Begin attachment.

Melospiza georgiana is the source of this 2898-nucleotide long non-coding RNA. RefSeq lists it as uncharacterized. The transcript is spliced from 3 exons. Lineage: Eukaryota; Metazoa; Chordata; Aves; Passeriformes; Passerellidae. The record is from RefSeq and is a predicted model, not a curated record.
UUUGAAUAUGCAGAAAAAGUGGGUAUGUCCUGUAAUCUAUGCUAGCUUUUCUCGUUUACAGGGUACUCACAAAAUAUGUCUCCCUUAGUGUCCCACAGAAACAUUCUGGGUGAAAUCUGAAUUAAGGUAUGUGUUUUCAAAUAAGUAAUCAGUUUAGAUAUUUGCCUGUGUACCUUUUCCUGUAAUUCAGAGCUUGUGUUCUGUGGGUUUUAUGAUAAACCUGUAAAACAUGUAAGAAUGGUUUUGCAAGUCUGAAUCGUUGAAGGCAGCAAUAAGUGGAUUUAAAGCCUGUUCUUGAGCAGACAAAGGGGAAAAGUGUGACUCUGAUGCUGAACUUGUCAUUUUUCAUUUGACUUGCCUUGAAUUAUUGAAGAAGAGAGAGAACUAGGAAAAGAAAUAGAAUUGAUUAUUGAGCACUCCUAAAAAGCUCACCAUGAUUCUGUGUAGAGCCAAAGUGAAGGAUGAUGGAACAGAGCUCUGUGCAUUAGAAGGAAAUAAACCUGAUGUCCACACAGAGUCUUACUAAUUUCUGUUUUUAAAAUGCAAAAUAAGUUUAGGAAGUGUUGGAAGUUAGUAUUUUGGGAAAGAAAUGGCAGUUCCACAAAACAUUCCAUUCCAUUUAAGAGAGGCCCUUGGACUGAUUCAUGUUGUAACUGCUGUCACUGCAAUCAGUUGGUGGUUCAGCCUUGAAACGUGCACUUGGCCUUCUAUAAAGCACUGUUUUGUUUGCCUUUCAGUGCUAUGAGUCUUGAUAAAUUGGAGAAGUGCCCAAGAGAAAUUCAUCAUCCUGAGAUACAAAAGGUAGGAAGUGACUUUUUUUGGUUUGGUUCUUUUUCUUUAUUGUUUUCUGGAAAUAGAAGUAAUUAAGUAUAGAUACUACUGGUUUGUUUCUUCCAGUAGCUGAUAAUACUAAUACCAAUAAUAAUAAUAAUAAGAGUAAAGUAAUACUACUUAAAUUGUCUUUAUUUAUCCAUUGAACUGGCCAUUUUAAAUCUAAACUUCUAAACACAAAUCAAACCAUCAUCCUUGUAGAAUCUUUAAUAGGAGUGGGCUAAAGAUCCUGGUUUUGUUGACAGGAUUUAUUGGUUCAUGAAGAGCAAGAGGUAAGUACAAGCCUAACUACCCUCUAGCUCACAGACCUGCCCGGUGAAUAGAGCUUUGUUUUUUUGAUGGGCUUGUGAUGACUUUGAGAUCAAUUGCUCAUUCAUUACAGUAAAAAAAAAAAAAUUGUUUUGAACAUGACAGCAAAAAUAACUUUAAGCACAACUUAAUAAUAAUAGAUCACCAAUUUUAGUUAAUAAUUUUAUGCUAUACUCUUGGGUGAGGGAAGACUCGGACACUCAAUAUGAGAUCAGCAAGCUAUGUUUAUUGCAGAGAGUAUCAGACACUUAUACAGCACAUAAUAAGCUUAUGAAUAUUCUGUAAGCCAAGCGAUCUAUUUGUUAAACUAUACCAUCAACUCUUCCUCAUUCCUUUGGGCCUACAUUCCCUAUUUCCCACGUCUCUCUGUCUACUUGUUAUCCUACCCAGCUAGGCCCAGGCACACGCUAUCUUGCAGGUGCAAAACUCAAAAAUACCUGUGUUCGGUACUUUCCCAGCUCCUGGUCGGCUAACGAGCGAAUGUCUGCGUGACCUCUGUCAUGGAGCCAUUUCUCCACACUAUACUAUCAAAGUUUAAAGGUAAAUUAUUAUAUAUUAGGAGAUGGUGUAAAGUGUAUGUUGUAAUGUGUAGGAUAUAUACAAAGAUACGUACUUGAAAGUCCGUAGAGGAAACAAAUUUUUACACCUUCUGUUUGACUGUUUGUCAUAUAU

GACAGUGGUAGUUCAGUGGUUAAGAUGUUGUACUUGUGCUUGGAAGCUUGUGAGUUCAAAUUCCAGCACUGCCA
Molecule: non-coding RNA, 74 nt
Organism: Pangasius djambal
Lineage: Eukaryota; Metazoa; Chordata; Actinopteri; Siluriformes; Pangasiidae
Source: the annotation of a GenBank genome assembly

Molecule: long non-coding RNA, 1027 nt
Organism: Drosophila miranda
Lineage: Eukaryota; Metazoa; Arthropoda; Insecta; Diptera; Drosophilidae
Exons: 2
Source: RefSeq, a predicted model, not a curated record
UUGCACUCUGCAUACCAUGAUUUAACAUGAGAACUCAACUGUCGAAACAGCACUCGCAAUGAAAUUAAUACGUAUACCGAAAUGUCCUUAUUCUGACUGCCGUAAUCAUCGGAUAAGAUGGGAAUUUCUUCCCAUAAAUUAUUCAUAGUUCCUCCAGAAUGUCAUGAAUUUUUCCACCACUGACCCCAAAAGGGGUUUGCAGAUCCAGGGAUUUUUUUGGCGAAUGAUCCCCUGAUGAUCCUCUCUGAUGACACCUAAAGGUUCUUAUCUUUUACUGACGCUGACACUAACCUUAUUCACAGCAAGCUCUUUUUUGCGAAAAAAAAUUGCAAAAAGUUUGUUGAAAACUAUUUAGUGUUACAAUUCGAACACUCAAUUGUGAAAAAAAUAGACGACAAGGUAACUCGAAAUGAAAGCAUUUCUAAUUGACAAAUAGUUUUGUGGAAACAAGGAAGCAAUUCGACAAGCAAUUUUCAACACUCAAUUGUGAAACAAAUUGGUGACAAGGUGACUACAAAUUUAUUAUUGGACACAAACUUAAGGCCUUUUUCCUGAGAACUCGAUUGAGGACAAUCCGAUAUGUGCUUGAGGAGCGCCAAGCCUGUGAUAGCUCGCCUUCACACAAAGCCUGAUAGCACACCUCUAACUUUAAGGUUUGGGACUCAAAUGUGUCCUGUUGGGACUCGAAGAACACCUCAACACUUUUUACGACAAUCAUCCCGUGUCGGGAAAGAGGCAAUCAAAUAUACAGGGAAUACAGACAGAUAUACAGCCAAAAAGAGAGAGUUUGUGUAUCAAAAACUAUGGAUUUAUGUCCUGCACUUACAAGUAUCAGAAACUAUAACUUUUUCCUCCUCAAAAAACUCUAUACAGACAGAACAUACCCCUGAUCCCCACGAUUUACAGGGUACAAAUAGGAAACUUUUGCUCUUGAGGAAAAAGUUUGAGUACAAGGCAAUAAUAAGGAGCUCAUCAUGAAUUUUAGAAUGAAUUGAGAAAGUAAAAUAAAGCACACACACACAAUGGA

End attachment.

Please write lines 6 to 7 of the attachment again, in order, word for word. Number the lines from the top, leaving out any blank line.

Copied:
Lineage: Eukaryota; Metazoa; Chordata; Actinopteri; Siluriformes; Pangasiidae
Source: the annotation of a GenBank genome assembly